It’s been almost a year and a half since the Sea Turtle Conservancy (STC) officially hit the water and kicked off our In-Water Sea Turtle Research Project in Florida. Led by STC Biologist Rick Herren, in collaboration with Dr. Ray Carthy at the University of Florida, the project is focused on determining sea turtle abundance, habitat use, diet, health and movements in the nearshore waters of Florida’s Big Bend. The overall goals are: 1) to better understand the distribution, health, threats and demographic trends of the sea turtles found in the region; and 2) to promote the conservation of sea turtles and their habitats in the Gulf of Mexico.
The project idea was first conceived more than three years ago, but it wasn’t until fall of 2018 that STC had the funding, permits and equipment to get on the water. When the state and federal permits were finally in place and funding was secured through grants and STC’s Giving Tuesday campaign, we were ready to go thanks to our new, customized research vessel, R/V Lavinia. The boat itself was generously donated by the manufacturer, Carolina Skiff, while the motor, tower, electronics and other equipment were purchased with funds donated by STC Board members and individual donors. The Lavinia’s custom-made tower has a second driving station that aides in the sighting and capture of turtles. It is one of the finest shallow water research vessels on the water – perfect for working with sea turtles in the coastal waters of the Gulf of Mexico. Additional support for the project has come from the University of Florida’s Nature Coast Biological Station, the Florida Cooperative Fish and Wildlife Research Unit and a select group of UF graduate and undergraduate students who volunteer on the project.
STC’s In-Water Project currently has four main objectives. The first is to conduct region-wide surveys of Florida’s Big Bend. This part of Florida is unique for its vast seagrass beds, relatively little shoreline development, and shallow-water habitats that contain foraging green, Kemp’s ridley, loggerhead and hawksbill sea turtles. The goal of these surveys is to determine the distribution and abundance of the different species and size classes in the region. Having completed more than 1,200 km of visual surveys, STC has documented several previously-unreported “hotspots” of sea turtle abundance. These important sites are focal points for ongoing research, which includes the capture, tagging and release of turtles from which important genetic, health, sex and size data are being collected. During visual surveys of the region, STC’s in-water project already has observed over 700 sea turtles, with the majority being juvenile green turtles followed by loggerheads, Kemp’s ridleys and hawksbills. The project’s next objective is to find out why juvenile green turtles aggregate in specific habitats. To answer this question, the team is collecting environmental data in the habitats that are most used by green turtles, including water quality and seagrass nutrient content, and comparing that data with sites infrequently used by green turtles. This work is ongoing, so it’s too early to report findings, but we expect to find a higher abundance of juvenile green turtles in sites which provide shelter from predators and are next to healthy, nutrient rich seagrass beds.
A third objective of the project is to collect data from juvenile green turtles to determine their sex, nesting beach origin, diet and overall health. Blood samples are being collected from captured turtles to determine their sex through hormone analysis and determine their nesting beach origin through genetics. Early data show that over 60% of green turtles in this region have fibropapillomatosis (FP), a tumor-causing disease apparently linked to a herpes virus. This is not too surprising since researchers working in other shallow water lagoons and bays in Florida have found FP rates between 50% and 70%. The most common sites of tumor growth are around the turtles’ soft tissue – on the flippers, neck, eyes, and sometimes internally. Researchers are still unsure how and why green turtles get FP, but the incidence is strongly correlated with the proximity to rivers and land-based sources of pollution. STC and other organizations are working to reduce marine pollution and runoff, while researchers from around the world work to determine how FP is transmitted and to develop effective treatments.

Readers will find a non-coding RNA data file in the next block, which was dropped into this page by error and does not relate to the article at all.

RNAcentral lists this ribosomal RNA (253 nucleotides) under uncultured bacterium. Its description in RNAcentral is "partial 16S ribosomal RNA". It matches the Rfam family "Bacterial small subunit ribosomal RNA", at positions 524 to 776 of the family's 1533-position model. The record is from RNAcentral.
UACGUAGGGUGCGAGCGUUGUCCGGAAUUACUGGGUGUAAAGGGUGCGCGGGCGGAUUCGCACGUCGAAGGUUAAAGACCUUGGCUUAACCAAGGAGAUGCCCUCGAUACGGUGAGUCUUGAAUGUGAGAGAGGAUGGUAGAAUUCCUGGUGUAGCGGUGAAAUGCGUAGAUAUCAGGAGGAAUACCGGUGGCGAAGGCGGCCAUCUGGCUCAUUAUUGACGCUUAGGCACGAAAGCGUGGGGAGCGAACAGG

The final objective of the project is to track seasonal movements of green turtles in the region by using satellite transmitters. To date, STC and collaborating UF researchers have deployed six transmitters on juvenile green turtles in the northern and southern Big Bend. Historic and anecdotal data suggests the turtles migrate in the winter to escape colder water temperatures. While it’s too early to tell whether they will stay in the areas they were caught or migrate, STC already is gearing up to deploy additional transmitters to obtain a larger sample size, which should produce more accurate findings about the migratory behavior of this green turtle population.
STC is deeply appreciative of all the support received from various corporate and private donors for this project. Our current project needs include a sub-zero freezer to properly store blood and plasma samples, as well as a project truck dedicated to towing our boat to and from various research sites. We are hopeful that STC’s members will continue to support the program in the coming years as we learn more about this important population and apply that knowledge to effective conservation actions.
Learn more about STC’s In-Water Project.